Treasuries Gain as Fed Officials Say Outlook Drew OverreactionSusanne Walker and Jeff Marshall
Treasuries rose for a second day as Federal Reserve officials said investors may have overreacted to prospects for a reduction in the central bank’s bond-buying program as a selloff pushed yields to the highest since 2011.
Ten-year note yields fell to the lowest in almost a week as New York Fed Bank President William C. Dudley said policy makers may prolong asset purchases and Atlanta Fed President Dennis Lockhart sought to damp bets an interest-rate boost will come sooner than forecast. The U.S. sold $29 billion of seven-year notes, with indirect bidders, an investor class that includes foreign banks, buying the biggest share in almost two years.
“It seems like the Fed did not intend for the market to react the way it did about their plans for tapering,” said David Coard, head of fixed-income trading in New York at Williams Capital Group LP, a brokerage for institutional investors. “You have yields flirting with two-year highs.”
The 10-year yield slid six basis points, or 0.06 percentage point, to 2.47 percent at 4:59 p.m. in New York, according to Bloomberg Bond Trader prices. It reached 2.46 percent, the lowest since June 21. The 1.75 percent security due in May 2023 climbed 17/32, or $5.31 per $1,000 face amount, to 93 22/32.
The benchmark yield dropped seven basis points yesterday, the biggest decline since June 13. It touched 2.66 percent on June 24, the highest since August 2011.
The current seven-year note yield sank seven basis points to 1.89 percent. It touched 2.11 percent on June 24, the highest level since August 2011. Thirty-year bond yields decreased five basis points to 3.53 percent. They reached 3.65 percent on June 24, the highest intraday level since September 2011.
Treasury trading volume at ICAP Plc, the largest inter-dealer broker of U.S. government debt, fell 9 percent to $419 billion. The 2013 average is $322 billion.
Volatility in Treasuries declined to 103.46 on June 26, the most recent data available, as measured by Bank of America Merrill Lynch’s MOVE index. It climbed to 110.98 on June 24, the highest since November 2011. It has averaged 62.25 this year.
Treasuries lost 1.8 percent this month through yesterday, according to the Bloomberg U.S. Treasury Bond Index. The MSCI World Index of shares declined 3 percent in the same period, including reinvested dividends. Treasuries have fallen 2.6 percent this quarter and 2.8 percent this year, according to the Bank of America Merrill Lynch U.S. Treasury Index.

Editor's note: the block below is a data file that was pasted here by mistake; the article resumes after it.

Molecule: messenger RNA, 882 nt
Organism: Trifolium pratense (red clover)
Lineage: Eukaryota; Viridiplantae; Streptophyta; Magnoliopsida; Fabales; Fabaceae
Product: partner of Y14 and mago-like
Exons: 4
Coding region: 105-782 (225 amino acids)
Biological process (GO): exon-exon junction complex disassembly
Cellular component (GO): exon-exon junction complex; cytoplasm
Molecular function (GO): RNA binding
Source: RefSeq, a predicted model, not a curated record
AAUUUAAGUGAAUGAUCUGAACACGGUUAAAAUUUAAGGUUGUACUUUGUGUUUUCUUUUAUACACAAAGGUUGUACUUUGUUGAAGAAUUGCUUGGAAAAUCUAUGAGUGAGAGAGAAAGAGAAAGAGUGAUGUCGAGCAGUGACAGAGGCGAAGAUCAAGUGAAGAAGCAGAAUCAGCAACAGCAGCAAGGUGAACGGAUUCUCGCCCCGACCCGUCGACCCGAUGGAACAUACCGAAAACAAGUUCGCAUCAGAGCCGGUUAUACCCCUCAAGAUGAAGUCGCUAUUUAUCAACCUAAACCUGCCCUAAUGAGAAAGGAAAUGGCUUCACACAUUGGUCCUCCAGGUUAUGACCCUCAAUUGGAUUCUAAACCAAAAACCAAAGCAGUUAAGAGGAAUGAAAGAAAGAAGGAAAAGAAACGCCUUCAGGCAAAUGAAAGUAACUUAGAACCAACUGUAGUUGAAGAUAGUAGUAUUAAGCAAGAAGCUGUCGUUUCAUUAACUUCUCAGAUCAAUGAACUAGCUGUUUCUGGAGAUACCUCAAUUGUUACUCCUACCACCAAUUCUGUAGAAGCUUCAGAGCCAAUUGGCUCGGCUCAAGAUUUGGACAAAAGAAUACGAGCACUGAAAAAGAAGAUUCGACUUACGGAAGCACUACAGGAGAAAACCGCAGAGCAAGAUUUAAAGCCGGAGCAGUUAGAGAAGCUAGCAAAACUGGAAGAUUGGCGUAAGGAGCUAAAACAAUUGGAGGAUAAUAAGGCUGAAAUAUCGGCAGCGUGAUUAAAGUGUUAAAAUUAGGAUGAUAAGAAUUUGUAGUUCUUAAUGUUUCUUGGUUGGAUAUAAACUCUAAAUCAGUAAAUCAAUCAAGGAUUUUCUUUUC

Ten-year note yields rose by 40 basis points last week, the most since the start of the Iraq war in 2003, as Fed Chairman Ben S. Bernanke said June 19 the central bank may reduce bond purchases this year and end them entirely in 2014 if economic growth is in line with central bank projections. Policy makers forecast growth of as much as 2.6 percent this year and 3.5 percent in 2014.
The central bank is buying $85 billion of Treasuries and mortgage bonds every month to put downward pressure on borrowing costs during the third round of its quantitative-easing stimulus program. It has kept its key interest-rate target at zero to 0.25 percent since 2008 to support the economy.
Lockhart, using an analogy to a cigarette smoker trying to quit, said “it seems to me the chairman said we’ll use the patch and use it flexibly, and some in the markets reacted as if he said ‘cold turkey.’” Lockhart spoke at a Kiwanis Club in Marietta, Georgia.
Dudley said any decision to reduce the pace of asset purchases wouldn’t represent a withdrawal of stimulus, and that an increase in the Fed’s benchmark interest rate is “very likely to be a long way off.” The economy may also diverge from the Fed’s forecasts, he told reporters in New York.
“The Fed is trying to steer the market a little bit away from thinking rates are going to go up” soon, said Ray Remy, head of fixed income in New York at Daiwa Capital Markets America Inc. “They are on hold for a long period.”
Fed Governor Jerome Powell said in Washington any decision to reduce bond buying would depend on economic data, and that there’s no set timetable.
The seven-year notes sold today drew a yield of 1.932 percent, compared with a forecast of 1.942 percent in a Bloomberg News survey of six of the Federal Reserve’s 21 primary dealers. The bid-to-cover ratio, which gauges demand by comparing total bids with the amount of securities offered, was 2.61, versus an average of 2.67 for the past 10 sales.
Indirect bidders, an investor class that includes foreign central banks, purchased 46.4 percent of the notes, the most since August 2011, compared with an average of 37.8 percent for the past 10 sales.
Direct bidders, non-primary-dealer investors that place their bids directly with the Treasury, bought 15.7 percent of the notes, the least since July 2012. The average at the past 10 auctions was 19.4 percent.
Today’s offering is the final of three note auctions this week totaling $99 billion. The government sold $35 billion in two-year debt on June 25 and another $35 billion in five-year debt yesterday.
Investors have bid $2.94 for each $1 of the $1.077 trillion of notes and bonds sold by the Treasury in the first half of 2013, compared with a record high $3.15 for all of last year.
Bonds pared gains earlier after the National Association of Realtors’ index of pending U.S. home sales jumped 6.7 percent to 112.3, the highest since December 2006.
Treasuries had stayed higher after U.S. consumer spending increased 0.3 percent in May after a 0.3 percent decline the prior month, the Commerce Department reported.
Data yesterday showed U.S. gross domestic product expanded at a revised 1.8 percent annualized rate in the first quarter, down from a prior estimate of 2.4 percent.